Each season of The Amazing Race Typically features teams that represent multiple races and fit specific stereotypes that will be entertaining to watch compete against each other and represent each group of the audience. An interesting aspect about The Amazing Race is the show does not produce celebrities at a rate that other reality programs produce them because besides a few reoccurring teams on the program the rest of the teams are new each season. As a result of The Amazing Race being a game show and cycling through new teams each season the contestants have nly a short window to attempt to produce their own celebrity and because of this the teams that are not invited back for subsequent seasons are quickly replaced and pushed out of the spot light. In conclusion using Global TV Realities by John McMurria, Televisions New Engines by Michael Keane and Albert Moran, and The Mass Production of Celebrity by Graeme Turner as instruments to analyze CBS’s popular program The Amazing Race proved to be very beneficial because it encouraged me to observe the program and think critically from an unfamiliar angle.
Over the course of my analysis the essays were most beneficial in helping me understand the international distribution of programs such as The Amazing Race. One of the most fascinating aspects about the program The Amazing Race is how successful the program format has been on a global platform and the first two essays illustrated the aspects of the program that made it such an internationalized television game show format.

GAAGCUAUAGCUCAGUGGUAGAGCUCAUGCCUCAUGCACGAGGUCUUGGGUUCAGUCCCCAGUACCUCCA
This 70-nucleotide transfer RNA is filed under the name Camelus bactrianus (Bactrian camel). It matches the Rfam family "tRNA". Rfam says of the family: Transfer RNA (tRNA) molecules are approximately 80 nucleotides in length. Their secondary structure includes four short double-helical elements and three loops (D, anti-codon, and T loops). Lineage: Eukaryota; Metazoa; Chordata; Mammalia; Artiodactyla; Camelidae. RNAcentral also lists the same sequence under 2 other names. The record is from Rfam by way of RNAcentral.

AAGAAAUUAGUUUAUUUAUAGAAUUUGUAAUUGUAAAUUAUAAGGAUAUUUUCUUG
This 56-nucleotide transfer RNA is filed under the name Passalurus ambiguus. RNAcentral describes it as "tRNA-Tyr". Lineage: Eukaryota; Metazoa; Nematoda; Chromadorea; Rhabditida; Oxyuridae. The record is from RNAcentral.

If McMurria, Turner, Keane and Moran had the opportunity to view The Amazing Race would be extremely impressed with the programs Anderson 7 global popularity and would agree that it is an excellent example of the arguments presented in their essays. The Amazing Race was a fascinating program to analyze because it has been extremely popular in every location it has be reproduced and is one of the top television formats in the global market.